To get there you need to drive straight through Penzance and Newlyn. Eventually on your left you will come to a long line of cars parked up. This is where we parked because we didn't want to risk the car park being full and having to turn back! The nearest car park however, is right near the cafe, and it's just along from the parked cars on the left. We walked down to the cafe because it was such a hot day and we were getting pretty stuffy in the car!

As you can see from the picture above, it was a pretty nice day! To get here (above), you just need to walk down the steps from the bottom of the cafe and you can walk into the main village of Mousehole from there. 

Here are the menus - we didn't have a hard time choosing! To drink  I opted for the Belvoir Coconut and Lime presse because i'm a big fan of Mojitos and this just sounded so refreshing. My sister went for the Belvoir Cucumber and Mint presse; also nice and cooling. 

For food, I couldn't resist the Newlyn crab sandwiches (can't get fresh crab like that up here in Cheltenham - see picture at top) and my sister decided to have the Cornish cheese platter because she's a cheese fiend. We did however decide to share because we both wanted what the other had too, so it seemed like the best option. 
The crab was exquisite. SO fresh. The plate it came served on was also super cute. I wanted to take it home!  
The cheese platter was comprised of Cornish Yarg, Helford Blue (not a fan of blue but it's local so you gotta love it) and St Endellon Brie. The chunks of cheese served were pretty generous and the side salad was also good - loved the edition of the slice of watermelon.  All in all, a lovely cheese platter. Oh and the chutney was nice too.

As you can see from the pictures, we sat inside. We didn't however, sit inside the main cafe, we sat inside a little shed/summer house, which houses about 4 people on little benches. It's super cute!
There's are seats outside but they were full when we arrived and also it was pretty hot, so we went for the sensible option of shade. 

The cute and quirky decor inside the shed

The lowdown

Rating: 10/10

Service and staff friendliness: 10/10

Location: 10/10 

Price: Low to mid-range ££ (£8-£9)

Breakfast: No

Lunch: Yes

Dinner: No

Children's menu: Yes

Opening times - 

Monday - Sunday 11am - 5pm


Sunday, 16 July 2017

Let's have a chat... A Beautiful Chaos

As usual, pull up a chair and make yourself a cuppa, a brew... or a smoothie (as Nicole says she prefers!) because today, in my second edition of interviewing another fellow blogger, I'm sitting down and having a chat with Nicole from A Beautiful Chaos. 

The beautiful Nicole

Nicole from A Beautiful Chaos

Nicole blogs at - a mental health awareness blog based in the South West of England; another Southern blogger (not on purpose, I promise!)
Nicole thrives on promoting mental health and has recently launched an amazing online magazine (I just bought her first issue!) - A Beautiful Minds - more on this below, but let's first see what she has to say about blogging...

First things first, how would you describe your blog?
My blog is a mental health and well-being blog which focuses on educating, raising awareness and supporting those who struggle with their mental health. I also like to sometimes cover a bit of lifestyle and topical discussions as well.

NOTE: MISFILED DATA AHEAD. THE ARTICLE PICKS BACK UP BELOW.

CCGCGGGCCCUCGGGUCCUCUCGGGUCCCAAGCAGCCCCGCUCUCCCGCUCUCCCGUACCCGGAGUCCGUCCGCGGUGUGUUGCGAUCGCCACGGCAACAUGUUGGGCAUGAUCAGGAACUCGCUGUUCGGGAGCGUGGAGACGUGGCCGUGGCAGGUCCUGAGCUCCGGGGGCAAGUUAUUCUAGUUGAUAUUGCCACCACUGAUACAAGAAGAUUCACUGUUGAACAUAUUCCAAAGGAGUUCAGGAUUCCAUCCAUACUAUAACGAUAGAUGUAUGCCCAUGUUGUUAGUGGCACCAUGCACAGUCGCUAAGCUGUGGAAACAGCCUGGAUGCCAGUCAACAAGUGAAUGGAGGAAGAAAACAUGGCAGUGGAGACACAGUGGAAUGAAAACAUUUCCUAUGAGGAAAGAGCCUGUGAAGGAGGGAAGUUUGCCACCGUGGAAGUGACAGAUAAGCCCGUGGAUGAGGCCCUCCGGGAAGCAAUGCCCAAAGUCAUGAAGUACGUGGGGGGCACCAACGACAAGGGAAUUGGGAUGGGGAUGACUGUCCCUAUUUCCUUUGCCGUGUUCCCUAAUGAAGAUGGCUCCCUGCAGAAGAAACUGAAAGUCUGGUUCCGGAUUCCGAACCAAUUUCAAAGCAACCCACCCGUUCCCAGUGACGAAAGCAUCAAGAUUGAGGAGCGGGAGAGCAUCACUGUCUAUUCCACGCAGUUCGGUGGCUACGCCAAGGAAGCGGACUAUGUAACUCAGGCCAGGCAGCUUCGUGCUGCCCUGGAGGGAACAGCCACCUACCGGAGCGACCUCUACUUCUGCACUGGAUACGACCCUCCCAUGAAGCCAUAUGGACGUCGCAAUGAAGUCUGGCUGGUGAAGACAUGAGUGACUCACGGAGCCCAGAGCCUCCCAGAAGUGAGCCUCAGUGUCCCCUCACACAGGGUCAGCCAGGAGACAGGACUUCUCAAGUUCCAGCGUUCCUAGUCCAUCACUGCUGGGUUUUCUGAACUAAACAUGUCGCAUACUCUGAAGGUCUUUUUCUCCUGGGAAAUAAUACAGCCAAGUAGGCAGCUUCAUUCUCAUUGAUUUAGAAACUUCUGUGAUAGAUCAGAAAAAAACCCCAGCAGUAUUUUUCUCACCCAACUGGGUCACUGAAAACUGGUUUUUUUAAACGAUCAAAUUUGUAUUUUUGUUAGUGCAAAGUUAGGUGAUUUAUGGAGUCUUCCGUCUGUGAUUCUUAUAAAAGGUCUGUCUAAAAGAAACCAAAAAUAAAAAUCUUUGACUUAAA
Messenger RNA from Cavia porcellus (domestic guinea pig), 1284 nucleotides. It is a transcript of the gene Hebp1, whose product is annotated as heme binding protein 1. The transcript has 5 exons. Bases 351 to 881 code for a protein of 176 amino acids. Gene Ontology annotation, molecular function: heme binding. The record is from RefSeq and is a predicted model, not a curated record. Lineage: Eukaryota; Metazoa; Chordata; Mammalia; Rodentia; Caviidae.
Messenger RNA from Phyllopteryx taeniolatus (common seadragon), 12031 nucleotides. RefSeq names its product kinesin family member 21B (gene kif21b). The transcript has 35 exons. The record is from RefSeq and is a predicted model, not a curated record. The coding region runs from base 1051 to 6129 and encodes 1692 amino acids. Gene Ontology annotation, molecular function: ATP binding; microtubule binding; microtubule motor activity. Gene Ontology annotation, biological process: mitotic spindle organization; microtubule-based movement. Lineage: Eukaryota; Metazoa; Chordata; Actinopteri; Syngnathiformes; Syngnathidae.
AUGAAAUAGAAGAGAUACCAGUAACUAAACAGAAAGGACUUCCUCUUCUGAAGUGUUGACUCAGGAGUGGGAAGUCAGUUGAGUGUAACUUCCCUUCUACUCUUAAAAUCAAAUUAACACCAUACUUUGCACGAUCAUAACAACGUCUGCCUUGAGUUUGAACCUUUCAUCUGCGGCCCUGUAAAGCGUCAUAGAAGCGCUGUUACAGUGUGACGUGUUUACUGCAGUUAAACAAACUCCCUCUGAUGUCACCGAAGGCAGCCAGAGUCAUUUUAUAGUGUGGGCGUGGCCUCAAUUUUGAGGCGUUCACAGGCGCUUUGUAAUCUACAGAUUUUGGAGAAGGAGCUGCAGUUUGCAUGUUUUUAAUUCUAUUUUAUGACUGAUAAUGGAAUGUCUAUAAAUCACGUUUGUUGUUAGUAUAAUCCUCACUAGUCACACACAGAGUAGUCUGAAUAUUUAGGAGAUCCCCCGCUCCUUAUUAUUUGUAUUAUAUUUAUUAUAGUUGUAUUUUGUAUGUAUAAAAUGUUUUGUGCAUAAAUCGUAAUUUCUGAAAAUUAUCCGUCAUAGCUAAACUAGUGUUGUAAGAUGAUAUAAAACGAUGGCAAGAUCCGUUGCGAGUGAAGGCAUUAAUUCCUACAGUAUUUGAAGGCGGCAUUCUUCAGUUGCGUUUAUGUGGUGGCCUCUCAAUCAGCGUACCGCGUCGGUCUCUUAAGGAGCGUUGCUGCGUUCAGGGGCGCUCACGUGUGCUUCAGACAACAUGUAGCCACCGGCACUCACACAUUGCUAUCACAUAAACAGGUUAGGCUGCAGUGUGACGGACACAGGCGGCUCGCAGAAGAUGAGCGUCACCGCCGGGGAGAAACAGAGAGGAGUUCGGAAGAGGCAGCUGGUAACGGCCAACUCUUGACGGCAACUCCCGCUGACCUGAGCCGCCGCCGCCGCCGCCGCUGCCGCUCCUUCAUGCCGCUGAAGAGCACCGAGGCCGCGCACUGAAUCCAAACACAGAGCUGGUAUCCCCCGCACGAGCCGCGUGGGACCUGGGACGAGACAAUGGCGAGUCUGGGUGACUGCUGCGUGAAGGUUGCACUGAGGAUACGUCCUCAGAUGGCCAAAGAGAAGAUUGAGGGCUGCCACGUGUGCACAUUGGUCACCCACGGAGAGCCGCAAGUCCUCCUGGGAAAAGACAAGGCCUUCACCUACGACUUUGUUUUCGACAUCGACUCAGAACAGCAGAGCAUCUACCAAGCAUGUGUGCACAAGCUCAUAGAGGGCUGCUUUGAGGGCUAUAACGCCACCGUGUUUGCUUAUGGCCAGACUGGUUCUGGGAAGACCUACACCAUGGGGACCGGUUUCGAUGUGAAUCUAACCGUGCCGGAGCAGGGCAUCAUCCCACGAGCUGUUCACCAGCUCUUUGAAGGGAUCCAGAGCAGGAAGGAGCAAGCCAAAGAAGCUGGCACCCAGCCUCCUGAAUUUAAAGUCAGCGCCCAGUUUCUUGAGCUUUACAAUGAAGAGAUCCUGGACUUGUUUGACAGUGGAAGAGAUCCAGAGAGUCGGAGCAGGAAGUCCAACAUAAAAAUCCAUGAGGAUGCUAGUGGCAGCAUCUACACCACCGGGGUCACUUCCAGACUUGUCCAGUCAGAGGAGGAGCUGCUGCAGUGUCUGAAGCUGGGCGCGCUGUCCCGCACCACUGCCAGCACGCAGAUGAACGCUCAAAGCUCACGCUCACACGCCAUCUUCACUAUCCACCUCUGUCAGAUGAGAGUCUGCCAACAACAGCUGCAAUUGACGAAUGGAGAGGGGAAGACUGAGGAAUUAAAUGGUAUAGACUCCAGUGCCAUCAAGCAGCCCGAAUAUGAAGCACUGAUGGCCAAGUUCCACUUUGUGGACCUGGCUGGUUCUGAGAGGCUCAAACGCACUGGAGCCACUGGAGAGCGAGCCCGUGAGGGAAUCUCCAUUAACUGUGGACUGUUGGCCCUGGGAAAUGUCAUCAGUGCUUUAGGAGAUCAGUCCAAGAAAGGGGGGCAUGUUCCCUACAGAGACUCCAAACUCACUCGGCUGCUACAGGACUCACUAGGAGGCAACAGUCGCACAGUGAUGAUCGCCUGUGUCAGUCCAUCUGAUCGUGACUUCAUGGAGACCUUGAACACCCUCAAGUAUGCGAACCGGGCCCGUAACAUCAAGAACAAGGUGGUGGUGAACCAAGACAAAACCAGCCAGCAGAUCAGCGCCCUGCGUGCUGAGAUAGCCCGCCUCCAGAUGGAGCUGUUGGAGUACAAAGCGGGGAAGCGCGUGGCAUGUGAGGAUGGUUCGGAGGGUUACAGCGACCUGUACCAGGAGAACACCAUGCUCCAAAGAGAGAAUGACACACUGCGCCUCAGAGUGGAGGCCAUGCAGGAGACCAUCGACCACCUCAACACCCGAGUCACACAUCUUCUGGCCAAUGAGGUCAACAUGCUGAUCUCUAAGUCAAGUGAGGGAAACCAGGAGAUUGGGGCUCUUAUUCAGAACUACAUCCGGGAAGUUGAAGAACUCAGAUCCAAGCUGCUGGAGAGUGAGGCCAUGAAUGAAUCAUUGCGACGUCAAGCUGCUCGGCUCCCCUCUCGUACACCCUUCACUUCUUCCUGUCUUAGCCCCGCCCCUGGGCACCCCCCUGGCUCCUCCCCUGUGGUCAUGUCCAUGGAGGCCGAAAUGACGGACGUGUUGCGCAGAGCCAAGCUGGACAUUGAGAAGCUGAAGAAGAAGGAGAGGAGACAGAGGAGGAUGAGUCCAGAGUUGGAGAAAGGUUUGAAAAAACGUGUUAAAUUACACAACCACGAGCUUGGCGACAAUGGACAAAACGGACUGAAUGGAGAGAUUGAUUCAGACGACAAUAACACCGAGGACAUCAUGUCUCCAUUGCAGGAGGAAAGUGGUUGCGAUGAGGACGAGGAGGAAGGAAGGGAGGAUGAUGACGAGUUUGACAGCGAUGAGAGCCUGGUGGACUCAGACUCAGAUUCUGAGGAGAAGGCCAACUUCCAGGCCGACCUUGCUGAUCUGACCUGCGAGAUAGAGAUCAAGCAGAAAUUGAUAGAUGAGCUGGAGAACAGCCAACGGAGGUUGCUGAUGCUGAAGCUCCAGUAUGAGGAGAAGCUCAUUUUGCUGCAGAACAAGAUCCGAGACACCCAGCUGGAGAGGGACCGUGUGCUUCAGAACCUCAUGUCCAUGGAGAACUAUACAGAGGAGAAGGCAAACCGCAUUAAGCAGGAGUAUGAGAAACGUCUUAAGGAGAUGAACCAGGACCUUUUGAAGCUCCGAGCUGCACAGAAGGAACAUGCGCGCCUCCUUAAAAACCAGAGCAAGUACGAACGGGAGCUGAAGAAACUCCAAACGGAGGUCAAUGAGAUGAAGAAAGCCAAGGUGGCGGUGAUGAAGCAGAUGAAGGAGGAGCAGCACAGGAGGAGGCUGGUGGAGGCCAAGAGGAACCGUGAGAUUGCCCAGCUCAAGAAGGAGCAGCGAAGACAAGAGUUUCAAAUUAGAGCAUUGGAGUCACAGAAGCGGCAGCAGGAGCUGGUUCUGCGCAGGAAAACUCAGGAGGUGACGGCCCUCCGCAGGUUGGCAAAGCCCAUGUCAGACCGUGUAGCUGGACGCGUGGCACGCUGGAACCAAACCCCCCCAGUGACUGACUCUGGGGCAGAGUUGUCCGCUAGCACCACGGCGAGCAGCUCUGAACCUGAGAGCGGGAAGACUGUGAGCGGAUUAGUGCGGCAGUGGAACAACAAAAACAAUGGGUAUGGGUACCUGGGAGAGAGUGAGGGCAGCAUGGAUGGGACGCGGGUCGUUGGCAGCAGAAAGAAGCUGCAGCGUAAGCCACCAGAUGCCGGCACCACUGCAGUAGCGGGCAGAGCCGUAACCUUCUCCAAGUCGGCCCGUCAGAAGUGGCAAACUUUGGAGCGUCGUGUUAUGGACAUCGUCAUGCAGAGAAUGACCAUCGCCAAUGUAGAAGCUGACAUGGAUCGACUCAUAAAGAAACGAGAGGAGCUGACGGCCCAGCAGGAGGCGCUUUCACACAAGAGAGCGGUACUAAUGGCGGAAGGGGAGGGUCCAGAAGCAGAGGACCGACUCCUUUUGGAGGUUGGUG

So, how long have you been blogging for?
I've been blogging for just over three years now. 

Full time or spare time blogger?
I blog in my spare time.

What was your main reason for starting A Beautiful Chaos?
My blog started as a fashion and beauty blog. I wanted a place to share my latest outfits and style tips. That clearly isn't the case anymore.

Do you have a blogging schedule or do you write what you fancy at the time?
I try and upload two times a week, on a Monday and Friday at 6:00pm.

Are you a sofa blogger or do you prefer to sit in an office?
I blog in my office!

So where would your ideal place to blog be?
I really like blogging in my office, although I wish it was a bit bigger sometimes. 

What's your blogging daily routine? How do you manage your time?
I don't really have a routine. I just try and make the best use of any 'dead time' I have, so on public transport or when I can't get to sleep etc.

We've been chatting for a while now... do you want a cup of coffee, a brew or something herbal?
Can I say neither... I'm more of a smoothie kind of gal.

Now you have your smoothie in hand, let's talk about future plans. Where do you see your blog in the next year? And the next 10 years?
In the next year I don't think much will change. I have to focus on my A-levels. However, I'm hoping in 10 years I'll still be blogging, but also running a successful mental health magazine called Beautiful Minds, which I've already started the ball rolling with.

If you could develop your blog in any way, what would you do?
I guess I'm kind of doing this with the start of my mental health magazine and shop, which sells mental health awareness stickers.

Yes, and I'm loving the magazine so far! Where do you find inspo to write a blog post?
The blogging community, recent news headlines or just my own personal experiences.

Do you always find it easy coming up with ideas?
Pretty much because it's just based on my personal experiences, thoughts and opinions really.

That's true! Any advice for those who find it difficult?
Don't force any ideas. Just let them come to you...

I totally agree. So, how do you interact with other bloggers? Does this help grow your blog?